Liberia urged to reform oil sector to avoid corruption

28 September 2011, Sweetcrude, Monrovia- Liberia must bring major reforms into its nascent oil sector in order not to lose the benefits that would accrue from oil, and to avoid corruption and “resource curse,” a new report has said.

The report, released Monday by Global Witness and the Liberian Oil and Gas Initiative (LOGI), said Liberia might have come a long way from the civil wars that led to the deaths of 250,000 people, but, serious governance problems persisted in the countyry.

“The decisions taken by the new government and international donors in the coming months could define (its) future: they must reform the sector now or risk continuing the corruption and instability of Liberia’s past,” said Jonathan Yiah of Sustainable Development Institute, a member of LOGI, in a statement.

The report said the Liberian oil-sector regulator, the National Oil Company of Liberia, or NOCAL, is riddled with a major conflict of interest because it both regulates the sector and is mandated as a company to profit from oil.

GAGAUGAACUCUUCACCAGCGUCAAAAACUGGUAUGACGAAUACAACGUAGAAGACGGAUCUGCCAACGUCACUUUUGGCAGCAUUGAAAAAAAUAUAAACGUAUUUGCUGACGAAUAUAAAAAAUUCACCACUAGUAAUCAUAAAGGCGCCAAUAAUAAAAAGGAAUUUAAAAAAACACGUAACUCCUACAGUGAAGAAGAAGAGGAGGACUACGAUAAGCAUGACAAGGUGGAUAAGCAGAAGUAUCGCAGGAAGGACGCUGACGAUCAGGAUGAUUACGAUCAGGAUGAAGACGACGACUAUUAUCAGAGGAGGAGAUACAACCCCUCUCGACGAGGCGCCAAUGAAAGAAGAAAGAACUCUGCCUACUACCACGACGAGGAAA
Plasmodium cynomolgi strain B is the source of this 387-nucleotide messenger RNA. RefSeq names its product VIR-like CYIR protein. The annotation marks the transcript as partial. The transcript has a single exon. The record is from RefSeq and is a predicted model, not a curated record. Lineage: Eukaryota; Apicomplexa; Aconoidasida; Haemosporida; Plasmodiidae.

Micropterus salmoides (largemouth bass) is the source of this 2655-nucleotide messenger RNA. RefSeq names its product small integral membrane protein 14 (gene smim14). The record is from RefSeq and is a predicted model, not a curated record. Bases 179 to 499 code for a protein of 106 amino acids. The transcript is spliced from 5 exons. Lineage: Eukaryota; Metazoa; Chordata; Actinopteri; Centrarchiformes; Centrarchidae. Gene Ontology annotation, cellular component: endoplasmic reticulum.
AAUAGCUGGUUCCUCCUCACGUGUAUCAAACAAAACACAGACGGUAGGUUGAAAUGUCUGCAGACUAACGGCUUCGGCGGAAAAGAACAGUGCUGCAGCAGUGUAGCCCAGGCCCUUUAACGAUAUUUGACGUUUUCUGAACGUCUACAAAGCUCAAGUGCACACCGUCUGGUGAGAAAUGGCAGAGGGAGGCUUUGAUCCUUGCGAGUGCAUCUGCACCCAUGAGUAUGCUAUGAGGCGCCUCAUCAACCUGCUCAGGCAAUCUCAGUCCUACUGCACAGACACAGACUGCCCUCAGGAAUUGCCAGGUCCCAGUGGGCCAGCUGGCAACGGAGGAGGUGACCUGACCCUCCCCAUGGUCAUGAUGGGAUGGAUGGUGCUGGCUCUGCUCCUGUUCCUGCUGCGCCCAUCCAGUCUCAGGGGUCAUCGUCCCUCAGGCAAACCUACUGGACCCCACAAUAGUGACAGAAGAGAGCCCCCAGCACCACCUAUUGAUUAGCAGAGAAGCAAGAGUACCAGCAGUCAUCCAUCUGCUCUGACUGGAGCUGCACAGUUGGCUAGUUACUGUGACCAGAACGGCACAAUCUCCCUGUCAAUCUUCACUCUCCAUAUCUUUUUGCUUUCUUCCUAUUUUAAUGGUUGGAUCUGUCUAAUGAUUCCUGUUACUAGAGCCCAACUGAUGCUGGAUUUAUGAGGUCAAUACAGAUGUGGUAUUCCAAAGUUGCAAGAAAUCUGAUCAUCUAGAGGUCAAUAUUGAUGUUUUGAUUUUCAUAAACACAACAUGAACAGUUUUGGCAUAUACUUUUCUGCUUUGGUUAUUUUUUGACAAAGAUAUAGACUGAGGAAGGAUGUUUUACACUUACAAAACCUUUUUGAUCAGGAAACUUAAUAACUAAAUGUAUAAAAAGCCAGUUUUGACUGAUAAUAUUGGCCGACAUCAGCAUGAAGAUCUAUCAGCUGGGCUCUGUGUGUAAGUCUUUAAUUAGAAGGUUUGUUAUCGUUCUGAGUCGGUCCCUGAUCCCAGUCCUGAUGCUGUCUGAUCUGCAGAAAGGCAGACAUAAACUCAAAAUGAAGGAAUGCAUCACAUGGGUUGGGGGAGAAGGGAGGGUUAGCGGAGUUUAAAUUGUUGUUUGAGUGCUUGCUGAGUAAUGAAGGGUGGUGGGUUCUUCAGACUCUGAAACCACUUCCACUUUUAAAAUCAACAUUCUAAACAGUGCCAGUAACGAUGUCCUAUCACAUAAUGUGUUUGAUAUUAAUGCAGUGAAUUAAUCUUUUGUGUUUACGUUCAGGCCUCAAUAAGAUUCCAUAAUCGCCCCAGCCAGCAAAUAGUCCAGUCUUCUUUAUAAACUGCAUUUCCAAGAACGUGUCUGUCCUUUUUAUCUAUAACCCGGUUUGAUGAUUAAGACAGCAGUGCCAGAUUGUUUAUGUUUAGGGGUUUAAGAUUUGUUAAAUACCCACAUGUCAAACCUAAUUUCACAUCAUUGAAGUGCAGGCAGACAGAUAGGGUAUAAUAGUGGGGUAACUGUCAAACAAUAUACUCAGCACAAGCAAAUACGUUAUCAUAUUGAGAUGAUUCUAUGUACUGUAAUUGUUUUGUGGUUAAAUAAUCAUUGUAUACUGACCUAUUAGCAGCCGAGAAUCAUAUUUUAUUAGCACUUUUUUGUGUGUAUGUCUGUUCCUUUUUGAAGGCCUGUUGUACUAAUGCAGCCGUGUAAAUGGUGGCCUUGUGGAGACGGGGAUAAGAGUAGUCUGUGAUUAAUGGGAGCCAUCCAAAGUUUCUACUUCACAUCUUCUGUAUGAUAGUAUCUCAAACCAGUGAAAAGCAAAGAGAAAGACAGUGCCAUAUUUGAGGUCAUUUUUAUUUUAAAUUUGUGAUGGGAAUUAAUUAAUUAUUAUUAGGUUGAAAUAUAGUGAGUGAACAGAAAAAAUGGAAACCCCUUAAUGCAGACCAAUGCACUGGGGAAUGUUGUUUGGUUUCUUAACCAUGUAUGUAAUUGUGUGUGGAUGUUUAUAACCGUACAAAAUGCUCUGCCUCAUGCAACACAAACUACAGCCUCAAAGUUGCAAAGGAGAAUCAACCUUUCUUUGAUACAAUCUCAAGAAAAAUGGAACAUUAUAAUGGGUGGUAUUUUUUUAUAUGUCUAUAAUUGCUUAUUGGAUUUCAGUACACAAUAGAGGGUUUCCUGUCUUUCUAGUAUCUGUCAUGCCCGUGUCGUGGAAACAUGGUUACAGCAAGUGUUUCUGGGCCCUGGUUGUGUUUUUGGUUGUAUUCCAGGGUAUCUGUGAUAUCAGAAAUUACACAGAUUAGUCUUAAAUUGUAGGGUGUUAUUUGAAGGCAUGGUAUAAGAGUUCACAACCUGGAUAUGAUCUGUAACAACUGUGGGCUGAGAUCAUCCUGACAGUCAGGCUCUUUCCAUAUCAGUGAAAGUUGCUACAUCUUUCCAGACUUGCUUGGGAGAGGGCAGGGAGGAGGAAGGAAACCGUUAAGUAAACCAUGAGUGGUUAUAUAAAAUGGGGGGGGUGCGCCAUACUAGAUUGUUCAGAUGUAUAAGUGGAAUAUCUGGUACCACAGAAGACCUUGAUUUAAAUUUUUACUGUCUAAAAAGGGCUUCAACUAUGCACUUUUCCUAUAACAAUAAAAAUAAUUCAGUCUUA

NOCAL also paid hundreds of thousands of dollars in “lobbying fees” to the Liberian legislature, Global Witness said, citing a report from the Auditor-General. The lobbying fees amounted to bribes, according to that report.

In an October 2010 interview with Global Witness, NOCAL’s then-president Fodee Kromah denied that the company paid lobbying fees. Previously, in a March 2010 interview, the company’s chairman said it was aware the payments were wrong, and they “were made after much discussion, consultations and reflection.”

The two organisations did credit Liberia with passing a law implementing the Extractive Industries Transparency Initiative and drafting an oil-sector reform policy, but found that the country is breaking that law.

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